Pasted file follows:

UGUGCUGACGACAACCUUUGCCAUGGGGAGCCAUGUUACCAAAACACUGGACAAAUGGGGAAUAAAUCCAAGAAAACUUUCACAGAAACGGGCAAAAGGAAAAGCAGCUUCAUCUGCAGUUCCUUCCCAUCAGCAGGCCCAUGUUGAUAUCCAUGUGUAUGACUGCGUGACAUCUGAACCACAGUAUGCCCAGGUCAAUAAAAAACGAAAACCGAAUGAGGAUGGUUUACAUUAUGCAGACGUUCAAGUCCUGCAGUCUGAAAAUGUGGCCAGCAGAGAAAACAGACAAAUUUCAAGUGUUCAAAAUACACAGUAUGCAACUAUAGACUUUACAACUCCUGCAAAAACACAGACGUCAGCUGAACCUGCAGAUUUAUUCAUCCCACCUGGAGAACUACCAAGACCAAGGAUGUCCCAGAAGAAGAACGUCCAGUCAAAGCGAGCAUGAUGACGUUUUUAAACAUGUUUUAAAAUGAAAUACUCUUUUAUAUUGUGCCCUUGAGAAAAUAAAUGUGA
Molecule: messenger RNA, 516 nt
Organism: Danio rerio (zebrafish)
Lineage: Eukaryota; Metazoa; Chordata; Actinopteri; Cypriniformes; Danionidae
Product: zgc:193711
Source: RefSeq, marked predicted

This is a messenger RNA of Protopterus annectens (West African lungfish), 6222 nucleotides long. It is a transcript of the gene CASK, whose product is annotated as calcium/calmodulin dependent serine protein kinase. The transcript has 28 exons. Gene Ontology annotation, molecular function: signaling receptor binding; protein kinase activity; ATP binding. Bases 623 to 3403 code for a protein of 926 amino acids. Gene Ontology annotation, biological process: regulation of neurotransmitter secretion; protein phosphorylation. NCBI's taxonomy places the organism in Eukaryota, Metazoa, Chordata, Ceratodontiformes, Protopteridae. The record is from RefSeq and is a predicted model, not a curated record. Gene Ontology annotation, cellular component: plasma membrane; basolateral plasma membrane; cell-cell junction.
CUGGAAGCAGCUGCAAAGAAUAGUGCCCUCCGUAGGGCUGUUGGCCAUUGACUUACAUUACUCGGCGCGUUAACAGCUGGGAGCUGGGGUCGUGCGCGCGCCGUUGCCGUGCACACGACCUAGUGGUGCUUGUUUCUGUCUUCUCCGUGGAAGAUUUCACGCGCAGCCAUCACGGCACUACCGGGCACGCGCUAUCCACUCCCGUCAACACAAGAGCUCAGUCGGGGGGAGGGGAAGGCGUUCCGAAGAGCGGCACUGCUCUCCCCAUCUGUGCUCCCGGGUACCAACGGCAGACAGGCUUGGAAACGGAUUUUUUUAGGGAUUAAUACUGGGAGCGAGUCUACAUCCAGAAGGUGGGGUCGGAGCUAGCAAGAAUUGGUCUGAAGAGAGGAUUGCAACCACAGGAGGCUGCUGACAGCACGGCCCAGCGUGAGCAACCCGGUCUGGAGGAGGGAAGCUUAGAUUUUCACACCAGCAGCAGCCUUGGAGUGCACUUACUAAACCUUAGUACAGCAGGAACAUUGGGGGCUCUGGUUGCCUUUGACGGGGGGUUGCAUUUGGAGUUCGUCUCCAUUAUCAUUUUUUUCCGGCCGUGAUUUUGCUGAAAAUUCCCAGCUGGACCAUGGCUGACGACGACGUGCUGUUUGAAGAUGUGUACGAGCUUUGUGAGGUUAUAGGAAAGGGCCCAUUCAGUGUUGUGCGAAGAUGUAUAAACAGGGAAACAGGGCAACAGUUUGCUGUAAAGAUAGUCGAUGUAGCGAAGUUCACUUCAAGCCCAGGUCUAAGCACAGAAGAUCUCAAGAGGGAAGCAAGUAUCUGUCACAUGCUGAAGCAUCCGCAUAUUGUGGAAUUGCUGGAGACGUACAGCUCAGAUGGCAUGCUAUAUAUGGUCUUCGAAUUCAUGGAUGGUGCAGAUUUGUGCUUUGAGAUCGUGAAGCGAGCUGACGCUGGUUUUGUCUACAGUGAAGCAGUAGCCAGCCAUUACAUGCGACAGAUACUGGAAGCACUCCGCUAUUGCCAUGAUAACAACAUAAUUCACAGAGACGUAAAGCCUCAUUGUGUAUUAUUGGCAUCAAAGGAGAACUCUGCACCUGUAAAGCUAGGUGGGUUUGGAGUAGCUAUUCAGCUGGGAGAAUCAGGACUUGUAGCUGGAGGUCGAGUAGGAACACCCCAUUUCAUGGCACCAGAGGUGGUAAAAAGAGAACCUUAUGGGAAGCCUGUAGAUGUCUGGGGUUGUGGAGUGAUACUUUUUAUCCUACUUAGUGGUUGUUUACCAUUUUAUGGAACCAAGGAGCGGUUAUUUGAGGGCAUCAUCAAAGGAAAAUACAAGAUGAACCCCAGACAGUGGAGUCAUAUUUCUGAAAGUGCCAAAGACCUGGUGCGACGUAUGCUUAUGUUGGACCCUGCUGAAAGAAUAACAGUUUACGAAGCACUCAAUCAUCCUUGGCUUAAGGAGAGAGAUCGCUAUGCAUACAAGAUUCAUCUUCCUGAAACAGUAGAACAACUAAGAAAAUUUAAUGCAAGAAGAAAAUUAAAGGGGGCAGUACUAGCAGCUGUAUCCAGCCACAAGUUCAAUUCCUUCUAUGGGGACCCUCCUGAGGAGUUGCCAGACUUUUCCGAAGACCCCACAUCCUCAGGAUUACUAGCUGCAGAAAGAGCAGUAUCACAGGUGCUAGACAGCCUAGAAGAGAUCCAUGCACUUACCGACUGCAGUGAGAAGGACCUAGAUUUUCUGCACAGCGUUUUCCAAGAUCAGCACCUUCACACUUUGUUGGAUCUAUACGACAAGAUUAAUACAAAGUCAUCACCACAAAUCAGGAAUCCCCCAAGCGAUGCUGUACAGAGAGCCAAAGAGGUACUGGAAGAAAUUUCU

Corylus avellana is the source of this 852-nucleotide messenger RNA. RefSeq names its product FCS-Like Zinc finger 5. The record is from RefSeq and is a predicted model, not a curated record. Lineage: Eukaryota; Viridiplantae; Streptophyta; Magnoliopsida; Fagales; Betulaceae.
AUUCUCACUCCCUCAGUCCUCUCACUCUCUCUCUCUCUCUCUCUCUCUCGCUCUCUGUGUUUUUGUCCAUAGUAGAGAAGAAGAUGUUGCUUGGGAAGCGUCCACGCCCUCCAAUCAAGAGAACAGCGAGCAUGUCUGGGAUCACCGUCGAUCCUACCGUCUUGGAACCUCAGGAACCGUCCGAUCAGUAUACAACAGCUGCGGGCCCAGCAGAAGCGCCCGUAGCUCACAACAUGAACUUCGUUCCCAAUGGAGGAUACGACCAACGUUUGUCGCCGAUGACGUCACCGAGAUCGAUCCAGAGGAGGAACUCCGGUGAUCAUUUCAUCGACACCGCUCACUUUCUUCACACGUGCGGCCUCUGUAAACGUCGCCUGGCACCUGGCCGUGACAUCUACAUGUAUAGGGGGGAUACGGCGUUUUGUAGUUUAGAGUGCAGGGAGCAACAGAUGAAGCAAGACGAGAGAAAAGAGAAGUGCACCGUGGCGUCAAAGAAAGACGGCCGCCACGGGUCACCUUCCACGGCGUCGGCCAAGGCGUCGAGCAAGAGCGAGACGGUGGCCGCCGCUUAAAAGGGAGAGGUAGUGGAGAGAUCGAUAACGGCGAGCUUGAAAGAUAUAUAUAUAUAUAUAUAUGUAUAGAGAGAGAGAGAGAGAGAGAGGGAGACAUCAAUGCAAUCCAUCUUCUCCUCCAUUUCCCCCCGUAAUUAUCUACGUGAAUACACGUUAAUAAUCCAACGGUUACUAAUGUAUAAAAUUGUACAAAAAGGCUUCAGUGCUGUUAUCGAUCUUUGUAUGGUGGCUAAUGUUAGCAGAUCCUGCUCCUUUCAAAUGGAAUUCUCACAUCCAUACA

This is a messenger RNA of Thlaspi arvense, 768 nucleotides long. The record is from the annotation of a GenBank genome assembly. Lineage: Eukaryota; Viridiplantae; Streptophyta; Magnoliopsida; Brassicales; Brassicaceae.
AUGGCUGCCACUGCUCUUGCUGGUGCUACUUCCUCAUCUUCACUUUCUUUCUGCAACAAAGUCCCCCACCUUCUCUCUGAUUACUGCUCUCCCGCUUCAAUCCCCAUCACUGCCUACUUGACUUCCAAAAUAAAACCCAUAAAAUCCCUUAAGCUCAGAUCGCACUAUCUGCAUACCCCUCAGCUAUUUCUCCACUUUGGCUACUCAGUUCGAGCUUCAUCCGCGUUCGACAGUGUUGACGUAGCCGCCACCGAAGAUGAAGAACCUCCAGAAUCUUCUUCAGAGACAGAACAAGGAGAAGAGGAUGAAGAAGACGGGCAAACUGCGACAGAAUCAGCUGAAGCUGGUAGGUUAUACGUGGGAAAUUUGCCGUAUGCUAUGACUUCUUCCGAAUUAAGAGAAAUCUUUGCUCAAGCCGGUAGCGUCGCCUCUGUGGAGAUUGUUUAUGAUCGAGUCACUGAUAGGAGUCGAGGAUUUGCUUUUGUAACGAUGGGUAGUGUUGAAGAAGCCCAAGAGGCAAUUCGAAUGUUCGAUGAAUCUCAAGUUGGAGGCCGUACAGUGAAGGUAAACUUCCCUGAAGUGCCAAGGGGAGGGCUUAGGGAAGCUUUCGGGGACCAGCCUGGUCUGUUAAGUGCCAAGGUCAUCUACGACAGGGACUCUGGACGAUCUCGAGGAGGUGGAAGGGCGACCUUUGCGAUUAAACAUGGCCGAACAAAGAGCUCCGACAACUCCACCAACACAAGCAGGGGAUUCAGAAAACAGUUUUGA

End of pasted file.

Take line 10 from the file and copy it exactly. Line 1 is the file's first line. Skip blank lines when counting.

AUUCUCACUCCCUCAGUCCUCUCACUCUCUCUCUCUCUCUCUCUCUCUCGCUCUCUGUGUUUUUGUCCAUAGUAGAGAAGAAGAUGUUGCUUGGGAAGCGUCCACGCCCUCCAAUCAAGAGAACAGCGAGCAUGUCUGGGAUCACCGUCGAUCCUACCGUCUUGGAACCUCAGGAACCGUCCGAUCAGUAUACAACAGCUGCGGGCCCAGCAGAAGCGCCCGUAGCUCACAACAUGAACUUCGUUCCCAAUGGAGGAUACGACCAACGUUUGUCGCCGAUGACGUCACCGAGAUCGAUCCAGAGGAGGAACUCCGGUGAUCAUUUCAUCGACACCGCUCACUUUCUUCACACGUGCGGCCUCUGUAAACGUCGCCUGGCACCUGGCCGUGACAUCUACAUGUAUAGGGGGGAUACGGCGUUUUGUAGUUUAGAGUGCAGGGAGCAACAGAUGAAGCAAGACGAGAGAAAAGAGAAGUGCACCGUGGCGUCAAAGAAAGACGGCCGCCACGGGUCACCUUCCACGGCGUCGGCCAAGGCGUCGAGCAAGAGCGAGACGGUGGCCGCCGCUUAAAAGGGAGAGGUAGUGGAGAGAUCGAUAACGGCGAGCUUGAAAGAUAUAUAUAUAUAUAUAUAUGUAUAGAGAGAGAGAGAGAGAGAGAGGGAGACAUCAAUGCAAUCCAUCUUCUCCUCCAUUUCCCCCCGUAAUUAUCUACGUGAAUACACGUUAAUAAUCCAACGGUUACUAAUGUAUAAAAUUGUACAAAAAGGCUUCAGUGCUGUUAUCGAUCUUUGUAUGGUGGCUAAUGUUAGCAGAUCCUGCUCCUUUCAAAUGGAAUUCUCACAUCCAUACA